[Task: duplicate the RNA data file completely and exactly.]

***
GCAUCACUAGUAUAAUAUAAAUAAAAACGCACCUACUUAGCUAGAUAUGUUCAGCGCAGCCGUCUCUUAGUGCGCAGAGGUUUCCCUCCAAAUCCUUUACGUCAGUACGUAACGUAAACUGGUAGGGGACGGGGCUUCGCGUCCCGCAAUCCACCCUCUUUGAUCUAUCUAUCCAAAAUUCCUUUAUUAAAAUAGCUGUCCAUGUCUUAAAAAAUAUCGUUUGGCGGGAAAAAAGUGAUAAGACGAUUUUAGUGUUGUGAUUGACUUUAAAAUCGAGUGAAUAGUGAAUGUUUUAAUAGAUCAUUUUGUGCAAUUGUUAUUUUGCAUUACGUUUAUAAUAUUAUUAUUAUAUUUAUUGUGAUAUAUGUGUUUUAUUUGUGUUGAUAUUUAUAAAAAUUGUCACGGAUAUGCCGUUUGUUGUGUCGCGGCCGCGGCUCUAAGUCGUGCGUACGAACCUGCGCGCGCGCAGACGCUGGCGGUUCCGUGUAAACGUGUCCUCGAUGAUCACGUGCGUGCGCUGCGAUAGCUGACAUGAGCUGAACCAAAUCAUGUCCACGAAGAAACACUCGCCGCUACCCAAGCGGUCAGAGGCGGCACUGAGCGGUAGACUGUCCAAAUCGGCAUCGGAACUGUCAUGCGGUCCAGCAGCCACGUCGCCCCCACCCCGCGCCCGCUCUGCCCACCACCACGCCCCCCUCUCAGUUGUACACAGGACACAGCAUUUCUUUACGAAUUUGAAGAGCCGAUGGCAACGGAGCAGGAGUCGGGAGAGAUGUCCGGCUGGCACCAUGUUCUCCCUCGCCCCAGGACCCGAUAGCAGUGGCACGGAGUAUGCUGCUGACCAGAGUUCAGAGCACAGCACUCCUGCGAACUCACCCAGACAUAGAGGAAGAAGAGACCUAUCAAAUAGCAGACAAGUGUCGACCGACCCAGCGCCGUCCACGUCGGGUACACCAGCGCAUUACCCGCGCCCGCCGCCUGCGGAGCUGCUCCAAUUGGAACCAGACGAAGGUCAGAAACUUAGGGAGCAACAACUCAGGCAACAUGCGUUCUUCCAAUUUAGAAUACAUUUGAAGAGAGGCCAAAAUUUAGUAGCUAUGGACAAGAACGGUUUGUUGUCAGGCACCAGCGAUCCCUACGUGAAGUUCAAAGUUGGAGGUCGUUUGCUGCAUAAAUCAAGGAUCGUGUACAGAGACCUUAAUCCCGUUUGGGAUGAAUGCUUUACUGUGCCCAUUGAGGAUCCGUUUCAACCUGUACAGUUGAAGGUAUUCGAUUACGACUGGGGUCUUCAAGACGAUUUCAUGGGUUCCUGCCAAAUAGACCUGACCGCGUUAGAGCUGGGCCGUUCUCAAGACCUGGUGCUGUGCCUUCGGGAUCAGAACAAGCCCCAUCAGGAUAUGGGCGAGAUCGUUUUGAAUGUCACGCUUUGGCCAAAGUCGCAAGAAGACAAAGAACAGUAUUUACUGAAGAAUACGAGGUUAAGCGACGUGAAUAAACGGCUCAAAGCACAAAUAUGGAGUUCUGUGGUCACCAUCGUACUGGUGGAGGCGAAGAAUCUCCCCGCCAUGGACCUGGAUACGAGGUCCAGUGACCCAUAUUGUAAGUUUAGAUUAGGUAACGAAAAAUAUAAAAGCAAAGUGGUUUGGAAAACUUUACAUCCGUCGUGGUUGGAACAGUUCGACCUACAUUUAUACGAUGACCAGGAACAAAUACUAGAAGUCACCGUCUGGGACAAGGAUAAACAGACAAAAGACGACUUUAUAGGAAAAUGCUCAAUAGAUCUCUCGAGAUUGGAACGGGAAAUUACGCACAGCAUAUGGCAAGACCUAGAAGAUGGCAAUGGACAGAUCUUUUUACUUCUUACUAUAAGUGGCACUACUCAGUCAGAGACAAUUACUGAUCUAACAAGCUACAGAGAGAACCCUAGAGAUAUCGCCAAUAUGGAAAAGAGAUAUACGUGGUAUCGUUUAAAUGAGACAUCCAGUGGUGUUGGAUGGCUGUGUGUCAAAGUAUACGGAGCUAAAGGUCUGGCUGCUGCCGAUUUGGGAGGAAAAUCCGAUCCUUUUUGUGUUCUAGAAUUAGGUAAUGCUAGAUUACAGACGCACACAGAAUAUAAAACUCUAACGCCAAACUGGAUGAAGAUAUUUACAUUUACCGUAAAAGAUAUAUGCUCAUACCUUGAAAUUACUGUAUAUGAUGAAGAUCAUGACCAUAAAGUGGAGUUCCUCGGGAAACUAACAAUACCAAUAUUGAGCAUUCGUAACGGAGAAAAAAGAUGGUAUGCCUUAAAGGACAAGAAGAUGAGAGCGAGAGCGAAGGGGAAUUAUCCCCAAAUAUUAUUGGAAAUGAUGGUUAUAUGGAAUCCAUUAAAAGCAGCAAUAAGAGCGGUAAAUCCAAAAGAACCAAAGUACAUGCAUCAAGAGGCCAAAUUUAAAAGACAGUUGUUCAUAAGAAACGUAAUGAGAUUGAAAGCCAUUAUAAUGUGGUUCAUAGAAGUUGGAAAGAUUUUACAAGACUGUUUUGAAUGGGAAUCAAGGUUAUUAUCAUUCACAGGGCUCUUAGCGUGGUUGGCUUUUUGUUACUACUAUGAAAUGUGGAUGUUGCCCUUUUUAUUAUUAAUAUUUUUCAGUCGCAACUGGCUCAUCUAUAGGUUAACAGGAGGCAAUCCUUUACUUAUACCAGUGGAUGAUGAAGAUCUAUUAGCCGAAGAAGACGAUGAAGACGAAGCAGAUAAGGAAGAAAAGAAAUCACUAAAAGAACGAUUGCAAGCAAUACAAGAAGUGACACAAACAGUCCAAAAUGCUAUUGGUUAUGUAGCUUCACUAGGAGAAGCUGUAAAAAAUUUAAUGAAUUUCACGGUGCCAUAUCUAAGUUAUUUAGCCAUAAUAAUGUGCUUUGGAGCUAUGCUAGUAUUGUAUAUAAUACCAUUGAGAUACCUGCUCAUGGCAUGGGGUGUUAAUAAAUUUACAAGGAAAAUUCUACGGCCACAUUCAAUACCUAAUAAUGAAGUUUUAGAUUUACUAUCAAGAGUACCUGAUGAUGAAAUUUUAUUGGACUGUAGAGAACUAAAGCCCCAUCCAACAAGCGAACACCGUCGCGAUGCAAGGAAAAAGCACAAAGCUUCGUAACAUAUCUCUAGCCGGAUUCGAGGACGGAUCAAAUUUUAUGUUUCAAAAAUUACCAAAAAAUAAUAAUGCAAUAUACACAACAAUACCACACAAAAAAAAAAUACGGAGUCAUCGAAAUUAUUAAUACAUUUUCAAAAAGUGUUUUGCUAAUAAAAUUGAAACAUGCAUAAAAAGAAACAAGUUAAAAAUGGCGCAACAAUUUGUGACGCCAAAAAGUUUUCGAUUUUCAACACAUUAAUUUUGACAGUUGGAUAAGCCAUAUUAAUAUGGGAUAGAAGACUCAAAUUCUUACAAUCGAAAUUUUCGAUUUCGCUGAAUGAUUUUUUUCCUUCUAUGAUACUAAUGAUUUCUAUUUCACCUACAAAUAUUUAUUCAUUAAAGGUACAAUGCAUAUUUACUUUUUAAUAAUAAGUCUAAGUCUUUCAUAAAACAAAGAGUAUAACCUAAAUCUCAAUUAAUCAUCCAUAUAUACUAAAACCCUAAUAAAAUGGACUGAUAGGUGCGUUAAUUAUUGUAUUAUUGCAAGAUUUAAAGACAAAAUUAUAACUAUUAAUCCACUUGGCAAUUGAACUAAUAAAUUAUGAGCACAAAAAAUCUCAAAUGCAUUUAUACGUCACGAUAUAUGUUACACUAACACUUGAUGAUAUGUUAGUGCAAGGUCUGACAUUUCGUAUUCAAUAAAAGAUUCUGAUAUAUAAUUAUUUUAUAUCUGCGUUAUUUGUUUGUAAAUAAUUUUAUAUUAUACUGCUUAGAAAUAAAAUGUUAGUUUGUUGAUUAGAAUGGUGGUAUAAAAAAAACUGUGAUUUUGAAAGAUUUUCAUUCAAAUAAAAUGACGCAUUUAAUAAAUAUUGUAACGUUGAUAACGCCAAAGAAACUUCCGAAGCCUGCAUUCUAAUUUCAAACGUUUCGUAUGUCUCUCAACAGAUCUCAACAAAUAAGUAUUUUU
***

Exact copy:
GCAUCACUAGUAUAAUAUAAAUAAAAACGCACCUACUUAGCUAGAUAUGUUCAGCGCAGCCGUCUCUUAGUGCGCAGAGGUUUCCCUCCAAAUCCUUUACGUCAGUACGUAACGUAAACUGGUAGGGGACGGGGCUUCGCGUCCCGCAAUCCACCCUCUUUGAUCUAUCUAUCCAAAAUUCCUUUAUUAAAAUAGCUGUCCAUGUCUUAAAAAAUAUCGUUUGGCGGGAAAAAAGUGAUAAGACGAUUUUAGUGUUGUGAUUGACUUUAAAAUCGAGUGAAUAGUGAAUGUUUUAAUAGAUCAUUUUGUGCAAUUGUUAUUUUGCAUUACGUUUAUAAUAUUAUUAUUAUAUUUAUUGUGAUAUAUGUGUUUUAUUUGUGUUGAUAUUUAUAAAAAUUGUCACGGAUAUGCCGUUUGUUGUGUCGCGGCCGCGGCUCUAAGUCGUGCGUACGAACCUGCGCGCGCGCAGACGCUGGCGGUUCCGUGUAAACGUGUCCUCGAUGAUCACGUGCGUGCGCUGCGAUAGCUGACAUGAGCUGAACCAAAUCAUGUCCACGAAGAAACACUCGCCGCUACCCAAGCGGUCAGAGGCGGCACUGAGCGGUAGACUGUCCAAAUCGGCAUCGGAACUGUCAUGCGGUCCAGCAGCCACGUCGCCCCCACCCCGCGCCCGCUCUGCCCACCACCACGCCCCCCUCUCAGUUGUACACAGGACACAGCAUUUCUUUACGAAUUUGAAGAGCCGAUGGCAACGGAGCAGGAGUCGGGAGAGAUGUCCGGCUGGCACCAUGUUCUCCCUCGCCCCAGGACCCGAUAGCAGUGGCACGGAGUAUGCUGCUGACCAGAGUUCAGAGCACAGCACUCCUGCGAACUCACCCAGACAUAGAGGAAGAAGAGACCUAUCAAAUAGCAGACAAGUGUCGACCGACCCAGCGCCGUCCACGUCGGGUACACCAGCGCAUUACCCGCGCCCGCCGCCUGCGGAGCUGCUCCAAUUGGAACCAGACGAAGGUCAGAAACUUAGGGAGCAACAACUCAGGCAACAUGCGUUCUUCCAAUUUAGAAUACAUUUGAAGAGAGGCCAAAAUUUAGUAGCUAUGGACAAGAACGGUUUGUUGUCAGGCACCAGCGAUCCCUACGUGAAGUUCAAAGUUGGAGGUCGUUUGCUGCAUAAAUCAAGGAUCGUGUACAGAGACCUUAAUCCCGUUUGGGAUGAAUGCUUUACUGUGCCCAUUGAGGAUCCGUUUCAACCUGUACAGUUGAAGGUAUUCGAUUACGACUGGGGUCUUCAAGACGAUUUCAUGGGUUCCUGCCAAAUAGACCUGACCGCGUUAGAGCUGGGCCGUUCUCAAGACCUGGUGCUGUGCCUUCGGGAUCAGAACAAGCCCCAUCAGGAUAUGGGCGAGAUCGUUUUGAAUGUCACGCUUUGGCCAAAGUCGCAAGAAGACAAAGAACAGUAUUUACUGAAGAAUACGAGGUUAAGCGACGUGAAUAAACGGCUCAAAGCACAAAUAUGGAGUUCUGUGGUCACCAUCGUACUGGUGGAGGCGAAGAAUCUCCCCGCCAUGGACCUGGAUACGAGGUCCAGUGACCCAUAUUGUAAGUUUAGAUUAGGUAACGAAAAAUAUAAAAGCAAAGUGGUUUGGAAAACUUUACAUCCGUCGUGGUUGGAACAGUUCGACCUACAUUUAUACGAUGACCAGGAACAAAUACUAGAAGUCACCGUCUGGGACAAGGAUAAACAGACAAAAGACGACUUUAUAGGAAAAUGCUCAAUAGAUCUCUCGAGAUUGGAACGGGAAAUUACGCACAGCAUAUGGCAAGACCUAGAAGAUGGCAAUGGACAGAUCUUUUUACUUCUUACUAUAAGUGGCACUACUCAGUCAGAGACAAUUACUGAUCUAACAAGCUACAGAGAGAACCCUAGAGAUAUCGCCAAUAUGGAAAAGAGAUAUACGUGGUAUCGUUUAAAUGAGACAUCCAGUGGUGUUGGAUGGCUGUGUGUCAAAGUAUACGGAGCUAAAGGUCUGGCUGCUGCCGAUUUGGGAGGAAAAUCCGAUCCUUUUUGUGUUCUAGAAUUAGGUAAUGCUAGAUUACAGACGCACACAGAAUAUAAAACUCUAACGCCAAACUGGAUGAAGAUAUUUACAUUUACCGUAAAAGAUAUAUGCUCAUACCUUGAAAUUACUGUAUAUGAUGAAGAUCAUGACCAUAAAGUGGAGUUCCUCGGGAAACUAACAAUACCAAUAUUGAGCAUUCGUAACGGAGAAAAAAGAUGGUAUGCCUUAAAGGACAAGAAGAUGAGAGCGAGAGCGAAGGGGAAUUAUCCCCAAAUAUUAUUGGAAAUGAUGGUUAUAUGGAAUCCAUUAAAAGCAGCAAUAAGAGCGGUAAAUCCAAAAGAACCAAAGUACAUGCAUCAAGAGGCCAAAUUUAAAAGACAGUUGUUCAUAAGAAACGUAAUGAGAUUGAAAGCCAUUAUAAUGUGGUUCAUAGAAGUUGGAAAGAUUUUACAAGACUGUUUUGAAUGGGAAUCAAGGUUAUUAUCAUUCACAGGGCUCUUAGCGUGGUUGGCUUUUUGUUACUACUAUGAAAUGUGGAUGUUGCCCUUUUUAUUAUUAAUAUUUUUCAGUCGCAACUGGCUCAUCUAUAGGUUAACAGGAGGCAAUCCUUUACUUAUACCAGUGGAUGAUGAAGAUCUAUUAGCCGAAGAAGACGAUGAAGACGAAGCAGAUAAGGAAGAAAAGAAAUCACUAAAAGAACGAUUGCAAGCAAUACAAGAAGUGACACAAACAGUCCAAAAUGCUAUUGGUUAUGUAGCUUCACUAGGAGAAGCUGUAAAAAAUUUAAUGAAUUUCACGGUGCCAUAUCUAAGUUAUUUAGCCAUAAUAAUGUGCUUUGGAGCUAUGCUAGUAUUGUAUAUAAUACCAUUGAGAUACCUGCUCAUGGCAUGGGGUGUUAAUAAAUUUACAAGGAAAAUUCUACGGCCACAUUCAAUACCUAAUAAUGAAGUUUUAGAUUUACUAUCAAGAGUACCUGAUGAUGAAAUUUUAUUGGACUGUAGAGAACUAAAGCCCCAUCCAACAAGCGAACACCGUCGCGAUGCAAGGAAAAAGCACAAAGCUUCGUAACAUAUCUCUAGCCGGAUUCGAGGACGGAUCAAAUUUUAUGUUUCAAAAAUUACCAAAAAAUAAUAAUGCAAUAUACACAACAAUACCACACAAAAAAAAAAUACGGAGUCAUCGAAAUUAUUAAUACAUUUUCAAAAAGUGUUUUGCUAAUAAAAUUGAAACAUGCAUAAAAAGAAACAAGUUAAAAAUGGCGCAACAAUUUGUGACGCCAAAAAGUUUUCGAUUUUCAACACAUUAAUUUUGACAGUUGGAUAAGCCAUAUUAAUAUGGGAUAGAAGACUCAAAUUCUUACAAUCGAAAUUUUCGAUUUCGCUGAAUGAUUUUUUUCCUUCUAUGAUACUAAUGAUUUCUAUUUCACCUACAAAUAUUUAUUCAUUAAAGGUACAAUGCAUAUUUACUUUUUAAUAAUAAGUCUAAGUCUUUCAUAAAACAAAGAGUAUAACCUAAAUCUCAAUUAAUCAUCCAUAUAUACUAAAACCCUAAUAAAAUGGACUGAUAGGUGCGUUAAUUAUUGUAUUAUUGCAAGAUUUAAAGACAAAAUUAUAACUAUUAAUCCACUUGGCAAUUGAACUAAUAAAUUAUGAGCACAAAAAAUCUCAAAUGCAUUUAUACGUCACGAUAUAUGUUACACUAACACUUGAUGAUAUGUUAGUGCAAGGUCUGACAUUUCGUAUUCAAUAAAAGAUUCUGAUAUAUAAUUAUUUUAUAUCUGCGUUAUUUGUUUGUAAAUAAUUUUAUAUUAUACUGCUUAGAAAUAAAAUGUUAGUUUGUUGAUUAGAAUGGUGGUAUAAAAAAAACUGUGAUUUUGAAAGAUUUUCAUUCAAAUAAAAUGACGCAUUUAAUAAAUAUUGUAACGUUGAUAACGCCAAAGAAACUUCCGAAGCCUGCAUUCUAAUUUCAAACGUUUCGUAUGUCUCUCAACAGAUCUCAACAAAUAAGUAUUUUU